wharf, etc. etc It is a sad sight to walk,
over the burned district and see the vat:
amount of property destroyed estimated
at one million of dollars. The worst feat
ure of it is that it has thrown over 2000
people out of employment and many of.
them out of house and home E ver3Tthing
gone Every street from the Court Houae
back to Eight i lined with furniture
Another bad feature is, that there were -probably
one half of the city exposed tb
SmalLPox There is no uc in denying it
Tho city is recking with it, particularly
the Chinese quarter Men. were running,
around the streets with it and'their bed
ding was thrown into the streeto thereby
The fire is supposed to be Incendi
ary as fire was set in several places-
during, the day. One man -was
caught in the act, and chased into a
burning building by the Police where
he was burned. His bones were
found this morning. Others were
arrested and are now in jail includ
ing one woman.
A torpedo was thrown into the tow
er of the Odd Fellows' building, but
was found and. put out. .
I never done such a days' work in all
my life, as I did yesterday. Eat nothings
until late -in the afternoon, and was. so
tired last night and nervous that I. could;
not get to sleep until morning,. To-day I
am as sore as though I had 'been pounded,
with a club.
"Wherever" we had a riskn building, or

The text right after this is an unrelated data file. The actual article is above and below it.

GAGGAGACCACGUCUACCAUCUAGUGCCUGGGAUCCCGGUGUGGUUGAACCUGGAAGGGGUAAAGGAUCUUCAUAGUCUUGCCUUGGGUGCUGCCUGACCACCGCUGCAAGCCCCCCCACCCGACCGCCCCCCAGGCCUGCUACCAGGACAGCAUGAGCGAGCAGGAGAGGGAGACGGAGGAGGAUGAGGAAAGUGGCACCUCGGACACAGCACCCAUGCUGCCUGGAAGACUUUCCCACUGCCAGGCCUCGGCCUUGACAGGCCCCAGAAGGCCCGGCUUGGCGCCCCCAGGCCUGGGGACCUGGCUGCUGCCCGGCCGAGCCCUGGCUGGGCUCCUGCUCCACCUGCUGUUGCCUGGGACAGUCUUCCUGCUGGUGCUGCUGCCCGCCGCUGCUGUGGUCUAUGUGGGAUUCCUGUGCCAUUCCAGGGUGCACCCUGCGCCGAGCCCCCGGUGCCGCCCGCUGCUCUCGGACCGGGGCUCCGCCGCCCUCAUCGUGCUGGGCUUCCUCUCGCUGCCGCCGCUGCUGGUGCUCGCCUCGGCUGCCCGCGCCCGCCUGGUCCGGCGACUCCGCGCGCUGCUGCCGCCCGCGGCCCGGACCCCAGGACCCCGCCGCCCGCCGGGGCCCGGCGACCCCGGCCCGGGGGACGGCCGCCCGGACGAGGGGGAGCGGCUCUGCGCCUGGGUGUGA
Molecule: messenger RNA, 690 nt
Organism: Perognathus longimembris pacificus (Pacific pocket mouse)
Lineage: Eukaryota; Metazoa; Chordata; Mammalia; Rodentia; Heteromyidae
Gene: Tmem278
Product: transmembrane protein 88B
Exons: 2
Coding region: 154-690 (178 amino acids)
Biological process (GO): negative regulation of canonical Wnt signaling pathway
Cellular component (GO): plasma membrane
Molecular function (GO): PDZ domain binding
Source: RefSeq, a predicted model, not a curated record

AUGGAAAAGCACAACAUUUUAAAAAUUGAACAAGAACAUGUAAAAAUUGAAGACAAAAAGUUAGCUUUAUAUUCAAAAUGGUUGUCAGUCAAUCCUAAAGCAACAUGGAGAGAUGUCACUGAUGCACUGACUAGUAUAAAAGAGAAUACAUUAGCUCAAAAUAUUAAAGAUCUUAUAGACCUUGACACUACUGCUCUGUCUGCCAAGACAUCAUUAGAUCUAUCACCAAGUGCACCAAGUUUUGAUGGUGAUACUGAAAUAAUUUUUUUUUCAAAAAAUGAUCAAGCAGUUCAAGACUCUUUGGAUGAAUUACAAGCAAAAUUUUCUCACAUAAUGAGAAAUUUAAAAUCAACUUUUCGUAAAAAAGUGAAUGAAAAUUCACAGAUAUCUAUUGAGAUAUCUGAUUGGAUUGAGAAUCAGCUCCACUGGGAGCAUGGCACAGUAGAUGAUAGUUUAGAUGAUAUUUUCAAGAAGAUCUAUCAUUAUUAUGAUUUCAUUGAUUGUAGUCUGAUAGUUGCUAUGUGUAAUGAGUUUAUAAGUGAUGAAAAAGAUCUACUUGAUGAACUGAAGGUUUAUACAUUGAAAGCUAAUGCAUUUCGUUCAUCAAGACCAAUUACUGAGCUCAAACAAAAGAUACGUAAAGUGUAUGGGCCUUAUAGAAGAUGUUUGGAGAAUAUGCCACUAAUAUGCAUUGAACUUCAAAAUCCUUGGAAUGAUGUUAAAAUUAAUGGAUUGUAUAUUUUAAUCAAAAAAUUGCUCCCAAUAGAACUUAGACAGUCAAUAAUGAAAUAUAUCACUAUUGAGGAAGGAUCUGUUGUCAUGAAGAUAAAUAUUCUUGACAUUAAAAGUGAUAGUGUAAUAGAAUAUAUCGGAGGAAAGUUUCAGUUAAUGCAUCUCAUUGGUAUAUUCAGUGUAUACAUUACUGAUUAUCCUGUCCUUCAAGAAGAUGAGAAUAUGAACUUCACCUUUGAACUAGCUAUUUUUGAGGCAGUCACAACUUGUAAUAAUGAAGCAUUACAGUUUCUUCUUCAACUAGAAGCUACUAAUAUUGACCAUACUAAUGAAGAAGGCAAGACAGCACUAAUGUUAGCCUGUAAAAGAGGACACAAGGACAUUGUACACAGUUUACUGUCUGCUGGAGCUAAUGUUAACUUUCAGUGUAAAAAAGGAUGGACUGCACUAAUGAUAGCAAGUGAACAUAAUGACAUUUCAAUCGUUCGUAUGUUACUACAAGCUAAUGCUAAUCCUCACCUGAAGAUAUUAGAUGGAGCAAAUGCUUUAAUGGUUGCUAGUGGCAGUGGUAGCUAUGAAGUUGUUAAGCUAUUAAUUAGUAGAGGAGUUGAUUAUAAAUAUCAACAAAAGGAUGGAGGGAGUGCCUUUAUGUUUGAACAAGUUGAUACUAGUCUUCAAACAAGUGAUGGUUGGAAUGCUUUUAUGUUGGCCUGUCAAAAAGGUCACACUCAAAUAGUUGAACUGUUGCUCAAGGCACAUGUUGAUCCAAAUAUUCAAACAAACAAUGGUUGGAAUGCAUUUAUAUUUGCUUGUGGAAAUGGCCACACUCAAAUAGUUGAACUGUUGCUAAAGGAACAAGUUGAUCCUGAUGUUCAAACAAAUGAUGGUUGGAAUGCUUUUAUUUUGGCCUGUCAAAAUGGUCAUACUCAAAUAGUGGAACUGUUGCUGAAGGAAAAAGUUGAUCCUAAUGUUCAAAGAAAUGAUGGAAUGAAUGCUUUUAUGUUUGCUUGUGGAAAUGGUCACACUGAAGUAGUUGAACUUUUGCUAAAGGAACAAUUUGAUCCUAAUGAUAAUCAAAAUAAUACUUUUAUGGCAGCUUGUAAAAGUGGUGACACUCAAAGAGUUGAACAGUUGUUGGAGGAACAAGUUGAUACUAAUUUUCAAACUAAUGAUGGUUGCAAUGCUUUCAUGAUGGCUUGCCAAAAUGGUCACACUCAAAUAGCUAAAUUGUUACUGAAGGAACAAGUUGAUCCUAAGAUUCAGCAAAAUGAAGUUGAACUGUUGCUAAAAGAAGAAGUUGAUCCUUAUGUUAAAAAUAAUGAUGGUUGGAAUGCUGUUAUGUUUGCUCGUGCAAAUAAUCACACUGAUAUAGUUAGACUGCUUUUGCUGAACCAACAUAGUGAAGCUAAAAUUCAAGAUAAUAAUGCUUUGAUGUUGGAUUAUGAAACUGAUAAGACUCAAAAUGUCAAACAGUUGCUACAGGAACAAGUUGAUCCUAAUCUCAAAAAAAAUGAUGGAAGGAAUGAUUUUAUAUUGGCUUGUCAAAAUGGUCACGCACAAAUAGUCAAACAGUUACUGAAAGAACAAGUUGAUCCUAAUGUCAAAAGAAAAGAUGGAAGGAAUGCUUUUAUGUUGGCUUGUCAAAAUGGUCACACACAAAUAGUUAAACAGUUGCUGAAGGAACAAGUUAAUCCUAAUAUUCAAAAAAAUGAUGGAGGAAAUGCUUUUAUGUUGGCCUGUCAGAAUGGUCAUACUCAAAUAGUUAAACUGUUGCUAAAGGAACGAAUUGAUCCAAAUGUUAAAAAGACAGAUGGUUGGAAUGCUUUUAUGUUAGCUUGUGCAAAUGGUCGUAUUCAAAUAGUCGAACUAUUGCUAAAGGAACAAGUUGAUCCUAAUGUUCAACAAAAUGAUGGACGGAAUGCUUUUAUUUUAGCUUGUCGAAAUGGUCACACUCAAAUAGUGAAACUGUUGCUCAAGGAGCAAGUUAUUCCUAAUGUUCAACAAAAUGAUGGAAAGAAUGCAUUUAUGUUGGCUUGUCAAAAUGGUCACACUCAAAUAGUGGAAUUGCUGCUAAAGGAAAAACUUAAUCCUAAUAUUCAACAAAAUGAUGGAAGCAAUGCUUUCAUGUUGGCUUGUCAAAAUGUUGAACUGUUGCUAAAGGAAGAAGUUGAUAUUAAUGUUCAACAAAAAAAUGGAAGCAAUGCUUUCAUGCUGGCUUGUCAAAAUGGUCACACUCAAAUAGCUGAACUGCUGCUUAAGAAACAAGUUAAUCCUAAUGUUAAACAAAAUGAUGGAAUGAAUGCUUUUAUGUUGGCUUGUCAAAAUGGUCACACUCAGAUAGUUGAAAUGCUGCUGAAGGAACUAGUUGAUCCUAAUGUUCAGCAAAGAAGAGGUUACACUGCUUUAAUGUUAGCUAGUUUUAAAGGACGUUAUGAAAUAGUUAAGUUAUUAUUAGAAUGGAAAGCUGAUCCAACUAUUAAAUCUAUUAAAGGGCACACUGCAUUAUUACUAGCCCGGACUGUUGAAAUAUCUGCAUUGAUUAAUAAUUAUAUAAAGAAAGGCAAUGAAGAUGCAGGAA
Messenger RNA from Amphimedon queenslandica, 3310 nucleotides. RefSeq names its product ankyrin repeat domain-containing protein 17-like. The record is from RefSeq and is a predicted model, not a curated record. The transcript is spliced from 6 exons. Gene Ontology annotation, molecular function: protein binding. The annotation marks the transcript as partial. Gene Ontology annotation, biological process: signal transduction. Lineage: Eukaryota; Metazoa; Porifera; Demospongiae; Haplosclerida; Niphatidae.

stocks of goods, I was there, helping pack
and giving directions. Some of our in-
sured were so excited and crazy that I had
to take their keys away from them, and
take charee of their stores Our company
was very fortunate,' as the most of our
risks were in the heavy business portion of
the city Our loss will bo very small com
pared with some of the otfier companies
You will get something of an idea of the
fire by reading this but you can never
realize it, until you come to see it
Tho nit election under the amended
charter for Municipal Officers in this city
came off yesterday. Three tickets were in
the field, and l30 votes were cast. Follow Fellow Follew
ing: ia tft result;
"W P Kippen 51
James "Welch 2U
C. S. Wright 2j
W. W. Pnrker WO
Granville Kood . -
John.llobsonf - '
C. H. Pako ''
G. Davidson "
M. Jlogprs , , J-
II. 3. Aiken J
J. ,WoIth 1 - "
Chferlcs Stevens 12'3
FOR TREASURER. ,
David Ingnlls 123
FOR COMMISSIONER. " ' '
E. A, Taylor. : . 32 .
JameyW. Welch $
John fcdollot .-... 2J
William Chance V
William liaymond - Ul
Several votes were cast for Mr. Chance
for StreetCommissioner, but he was not a
candidate,. jvnd declined the honors.
Politics did not enter into the contest at
all, but some considerable work was done
for favorites. The result is generally
satisfactory to all parties we belieye, t
A atasical Society was organized at
Oysterville on Monday evening1 la?t, with
about thirtyy members. Hon. Miles
Standiih Grivwold wa chosen President ;
Mrs. John Crellen Vice President ; Mn.
I. A. Gfark Secretary, and F. C. Davi-
Treasurer. Our informant say, Prof, and
every, afternoon, and with the soch-ty ,
every' evrning. They would conclude their j
visit-'with a eonteit Satin day evenirgVa''
nraisemoetino- Sunday evoniner. visit Caoe
Di-ai)pointmont raud reipaiiv with Mr.,
mutes twenty-right were hxnttendance.